These 11 Women Are Vying For Best Supporting Actress At The 2017 Oscars

By | October 5, 2016

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Of the Oscars’ four acting races, Best Supporting Actress may be the most unambiguous. The category seems to belong to the five women who received both Golden Globe and Screen Actors Guild Award nominations this week: Viola Davis (”Fences”), Naomie Harris (”Moonlight”), Nicole Kidman (”Lion”), Octavia Spencer (”Hidden Figures”) and Michelle Williams (”Manchester by the Sea”). The Critics’ Choice Awards, which issued prizes on Sunday, had only one amendment, spotlighting Janelle Monáe over Spencer, her co-star.

Everyone else who has flitted around this contest’s second-tier ranks now seems out of commission. Had I published these rankings a few weeks ago, I’d have included Helen Mirren (”Eye in the Sky”), Margo Martindale (”The Hollars”), Felicity Jones (”A Monster Calls”) and a smattering of others. But the derby is well underway, and there’s no use holding spots for yesterday’s horses. Even listing 11 women is a bit of a stretch, but here we go.

  • missed out on a SAG nod (to Emily Blunt for “The Girl on the Train,” no less). The movie skipped most of the festival circuit, and a Christmas Day release means it’s likely to get buried in the holiday onslaught. It’s a shame because Mike Mills’ dreamy California dramedy should be something the Oscars and the general public can appreciate. If any of its supporting cast lands a nomination, it’ll be Greta Gerwig, who netted a Critics’ Choice Award shout-out.
  • Independent Spirit Award nomination over her co-stars and was the Los Angeles Film Critics Association’s supporting-actress pick. Gladsone shares her section of Kelly Reichardt’s triptych with Stewart, and watching them together is a master class in subtle weariness. Ultimately, “Certain Women” is probably too reserved for the Oscars.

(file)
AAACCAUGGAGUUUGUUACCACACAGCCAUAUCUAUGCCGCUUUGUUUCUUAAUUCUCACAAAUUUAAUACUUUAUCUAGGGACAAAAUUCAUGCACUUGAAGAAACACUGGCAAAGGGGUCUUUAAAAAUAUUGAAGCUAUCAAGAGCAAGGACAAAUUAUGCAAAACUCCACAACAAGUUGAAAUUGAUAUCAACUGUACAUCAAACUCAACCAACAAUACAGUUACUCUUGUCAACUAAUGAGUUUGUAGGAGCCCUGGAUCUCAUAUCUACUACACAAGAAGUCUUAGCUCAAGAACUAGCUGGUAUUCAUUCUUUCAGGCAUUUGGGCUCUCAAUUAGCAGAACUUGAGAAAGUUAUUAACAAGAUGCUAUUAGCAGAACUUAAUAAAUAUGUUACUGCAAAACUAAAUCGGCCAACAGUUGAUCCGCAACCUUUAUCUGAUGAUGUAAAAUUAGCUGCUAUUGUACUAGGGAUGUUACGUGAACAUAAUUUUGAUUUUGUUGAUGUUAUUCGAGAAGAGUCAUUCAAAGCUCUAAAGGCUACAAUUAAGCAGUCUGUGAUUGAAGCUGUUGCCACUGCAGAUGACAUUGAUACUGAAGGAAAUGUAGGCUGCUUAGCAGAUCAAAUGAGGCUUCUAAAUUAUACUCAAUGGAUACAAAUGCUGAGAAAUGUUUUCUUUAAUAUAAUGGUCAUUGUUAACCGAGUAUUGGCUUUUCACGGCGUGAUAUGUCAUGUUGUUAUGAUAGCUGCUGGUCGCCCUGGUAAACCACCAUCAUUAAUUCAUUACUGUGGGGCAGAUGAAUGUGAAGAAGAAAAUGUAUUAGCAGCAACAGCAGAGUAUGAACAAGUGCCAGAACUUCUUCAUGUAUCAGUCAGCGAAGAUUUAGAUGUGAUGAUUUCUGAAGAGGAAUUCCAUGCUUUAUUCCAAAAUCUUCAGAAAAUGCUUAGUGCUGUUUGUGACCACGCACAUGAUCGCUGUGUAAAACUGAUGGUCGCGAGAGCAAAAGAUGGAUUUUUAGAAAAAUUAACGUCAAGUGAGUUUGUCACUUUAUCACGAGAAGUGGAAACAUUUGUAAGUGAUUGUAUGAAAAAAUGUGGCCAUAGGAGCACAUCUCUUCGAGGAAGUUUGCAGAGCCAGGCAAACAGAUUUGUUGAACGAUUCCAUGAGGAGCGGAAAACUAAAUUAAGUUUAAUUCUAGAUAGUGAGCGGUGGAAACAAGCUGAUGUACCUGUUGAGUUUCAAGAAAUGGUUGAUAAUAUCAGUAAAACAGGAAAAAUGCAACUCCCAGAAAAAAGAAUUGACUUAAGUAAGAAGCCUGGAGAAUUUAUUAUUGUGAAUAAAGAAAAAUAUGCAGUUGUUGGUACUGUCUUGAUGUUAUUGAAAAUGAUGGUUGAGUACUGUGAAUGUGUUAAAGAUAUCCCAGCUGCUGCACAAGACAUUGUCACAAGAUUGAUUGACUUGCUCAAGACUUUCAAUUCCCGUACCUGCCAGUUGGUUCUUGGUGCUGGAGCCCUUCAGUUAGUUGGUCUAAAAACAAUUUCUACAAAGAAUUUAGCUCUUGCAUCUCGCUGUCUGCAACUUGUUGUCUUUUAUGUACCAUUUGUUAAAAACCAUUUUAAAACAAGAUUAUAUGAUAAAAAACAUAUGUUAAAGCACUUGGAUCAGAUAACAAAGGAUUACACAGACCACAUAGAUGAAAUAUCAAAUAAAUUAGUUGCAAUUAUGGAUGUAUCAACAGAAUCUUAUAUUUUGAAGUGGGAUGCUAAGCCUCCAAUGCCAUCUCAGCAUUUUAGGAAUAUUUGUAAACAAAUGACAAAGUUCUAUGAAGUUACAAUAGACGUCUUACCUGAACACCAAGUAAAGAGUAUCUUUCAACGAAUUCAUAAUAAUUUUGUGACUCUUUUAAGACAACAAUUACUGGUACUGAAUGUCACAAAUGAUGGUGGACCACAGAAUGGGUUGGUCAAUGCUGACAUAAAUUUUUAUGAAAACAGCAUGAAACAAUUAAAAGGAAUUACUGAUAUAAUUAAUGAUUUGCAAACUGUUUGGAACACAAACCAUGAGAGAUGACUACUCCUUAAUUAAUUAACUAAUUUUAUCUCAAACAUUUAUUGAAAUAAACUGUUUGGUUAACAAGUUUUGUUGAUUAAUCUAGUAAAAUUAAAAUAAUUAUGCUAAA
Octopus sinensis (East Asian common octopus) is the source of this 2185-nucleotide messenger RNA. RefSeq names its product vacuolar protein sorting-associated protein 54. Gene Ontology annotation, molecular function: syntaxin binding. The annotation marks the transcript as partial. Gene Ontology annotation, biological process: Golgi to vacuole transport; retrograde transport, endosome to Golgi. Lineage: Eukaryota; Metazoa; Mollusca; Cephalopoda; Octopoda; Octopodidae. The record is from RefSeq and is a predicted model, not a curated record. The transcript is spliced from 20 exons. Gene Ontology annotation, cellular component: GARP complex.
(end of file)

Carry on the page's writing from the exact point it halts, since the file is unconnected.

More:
• shattering scene with Casey Affleck toward the end of “Manchester by the Sea” that seemed to rip festival audiences to pieces. Williams was met with instant Oscar buzz for her grounding portrayal of a Massachusetts divorcee who’s faced great personal loss. Like much of her competition, Williams boasts the sort of Big Scene that plays well on clip reels. The New York Film Critics Circle agreed, handing her a dual supporting-actress prize for “Manchester” and “Certain Women.” It’s hard to maintain Sundance buzz for an entire year, but Williams has also been feted with the Golden Globe, SAG and Critics’ Choice Award prerequisites needed to maintain her spot in this race.
  • Oscar race for Best Actress is crowded, so Paramount opted to campaign for Davis as a supporting aspirant. It’s worked well: The bravura she displays in “Fences” has branded her the category’s front-runner. Her big, bold, searing performance is the sort of dramatic acting the Academy relishes. She offered a miniature version of it in “Doubt,” via an eight-minute cameo that earned her a nomination before most people even knew her name. With Golden Globe and SAG nods for “Fences” to her name, as well as a Critics’ Choice Awards victory, Davis appears to have narrowed this to a one-pony race.
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